Rain patterns… I’m sitting, looking at fabric, in my lap. It’s there because I’m wearing it — a layering of black and white banded interlacings, with a mixture of gray at the junctures. It’s plaid. My daughter, Gabrielle, says that it reminds her of a pizza parlor. I don’t know of any italian restaurants with black and white patterned tablecloth, red and white maybe, but not black.
It’s actually a lot of fabric, because it’s a sarong, from Java. The name of the pattern is poléng. And my contemplation ranges from the fabric, to the outside, and back again. Outside? It’s dark, raining constantly; it’s a deepest blueblack, like looking at the darkened corner in the interior of an abalone shell, blueblack pearlescent. Blueblack and graywhite: a long, chipped rendering of the rippling waters in predawn dark, and black black.
And as I move in thought, between the two — walking out side, shirtless and feeling the warmth of a breeze from the south, and the rain soundings, I look at the site interweavings — of blackblue, white, blackestblack and gray. And then the poléng fabric, I’m wearing — black, white, grey. They interchange, in my mind.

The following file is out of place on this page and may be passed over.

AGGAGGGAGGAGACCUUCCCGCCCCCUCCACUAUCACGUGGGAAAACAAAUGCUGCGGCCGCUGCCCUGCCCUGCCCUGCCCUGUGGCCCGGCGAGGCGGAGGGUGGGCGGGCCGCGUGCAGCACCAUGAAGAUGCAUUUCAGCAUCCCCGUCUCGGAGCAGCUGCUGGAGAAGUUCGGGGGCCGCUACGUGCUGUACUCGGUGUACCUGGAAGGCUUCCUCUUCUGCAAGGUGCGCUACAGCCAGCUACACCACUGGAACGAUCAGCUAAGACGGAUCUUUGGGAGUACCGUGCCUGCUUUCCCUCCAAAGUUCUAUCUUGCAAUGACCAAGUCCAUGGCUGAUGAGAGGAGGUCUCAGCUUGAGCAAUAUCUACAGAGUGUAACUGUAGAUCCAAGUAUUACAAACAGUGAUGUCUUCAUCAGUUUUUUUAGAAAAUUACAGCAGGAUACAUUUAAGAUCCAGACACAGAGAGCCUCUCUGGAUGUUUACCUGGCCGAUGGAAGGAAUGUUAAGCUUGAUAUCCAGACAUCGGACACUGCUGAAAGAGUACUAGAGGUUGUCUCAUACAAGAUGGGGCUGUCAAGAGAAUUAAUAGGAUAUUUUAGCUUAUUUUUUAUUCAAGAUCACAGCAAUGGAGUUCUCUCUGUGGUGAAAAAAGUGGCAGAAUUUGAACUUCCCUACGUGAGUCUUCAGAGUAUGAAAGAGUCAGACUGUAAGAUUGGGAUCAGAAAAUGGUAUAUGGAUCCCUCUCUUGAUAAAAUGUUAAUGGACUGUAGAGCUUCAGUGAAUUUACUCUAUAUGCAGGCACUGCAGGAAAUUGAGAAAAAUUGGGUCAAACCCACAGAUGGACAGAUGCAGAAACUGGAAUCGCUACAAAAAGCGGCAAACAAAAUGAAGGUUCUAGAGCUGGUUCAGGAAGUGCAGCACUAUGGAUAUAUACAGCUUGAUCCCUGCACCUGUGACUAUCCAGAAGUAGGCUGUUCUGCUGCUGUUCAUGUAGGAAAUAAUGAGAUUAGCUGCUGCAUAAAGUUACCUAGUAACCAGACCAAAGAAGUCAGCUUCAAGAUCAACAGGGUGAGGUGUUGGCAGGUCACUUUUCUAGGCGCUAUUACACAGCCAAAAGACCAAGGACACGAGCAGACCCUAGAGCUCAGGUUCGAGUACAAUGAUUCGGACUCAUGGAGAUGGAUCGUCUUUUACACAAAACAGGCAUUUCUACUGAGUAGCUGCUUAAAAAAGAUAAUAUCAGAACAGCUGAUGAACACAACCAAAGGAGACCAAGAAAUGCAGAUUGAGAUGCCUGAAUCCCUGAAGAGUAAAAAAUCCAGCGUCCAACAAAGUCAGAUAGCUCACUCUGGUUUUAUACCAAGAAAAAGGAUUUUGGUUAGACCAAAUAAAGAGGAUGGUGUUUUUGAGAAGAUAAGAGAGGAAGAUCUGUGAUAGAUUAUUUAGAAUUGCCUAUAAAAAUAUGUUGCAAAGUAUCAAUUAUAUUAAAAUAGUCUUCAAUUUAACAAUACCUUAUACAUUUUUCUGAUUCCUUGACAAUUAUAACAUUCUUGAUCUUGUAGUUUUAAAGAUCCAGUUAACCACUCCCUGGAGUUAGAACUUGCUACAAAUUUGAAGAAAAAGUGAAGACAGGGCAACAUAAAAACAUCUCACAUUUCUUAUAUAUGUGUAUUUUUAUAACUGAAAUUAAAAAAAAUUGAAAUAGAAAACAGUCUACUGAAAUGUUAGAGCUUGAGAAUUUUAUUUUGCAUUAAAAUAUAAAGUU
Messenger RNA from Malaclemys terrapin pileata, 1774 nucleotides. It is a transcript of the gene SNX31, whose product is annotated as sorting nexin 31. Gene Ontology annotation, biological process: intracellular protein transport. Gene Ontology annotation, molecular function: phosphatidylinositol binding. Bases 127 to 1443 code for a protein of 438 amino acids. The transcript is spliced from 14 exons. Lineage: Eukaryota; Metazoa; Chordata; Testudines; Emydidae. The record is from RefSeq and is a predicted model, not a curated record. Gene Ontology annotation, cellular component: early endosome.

In Java, this is all about spiritual mystery. And being me, I’m always going there, in my mind — where is the mystery, beneath. The patterning of this sarong is poléng — its ancient weaving is: Good and evil, and the layering in between; it is the clear light of white – the God, it is the black stroke of the other — the Dark; and, in surprising acknowledgment, the grey of
I really can’t quite believe that — that willingness to explore the layering and affirmation, between the light of White, the evil of Black (and they can’t exist without eachother) and the grey of the mist between. Most spiritual renderings don’t go there; it’s either right (my way), or it’s wrong (the other person’s — the outsiders — way). There’s no grey.
This morning, walking in the mist and darkness, wearing the symbolism of the colors and presence / absence with which I am surrounded is powerful.
And wonder full — as I contemplate it…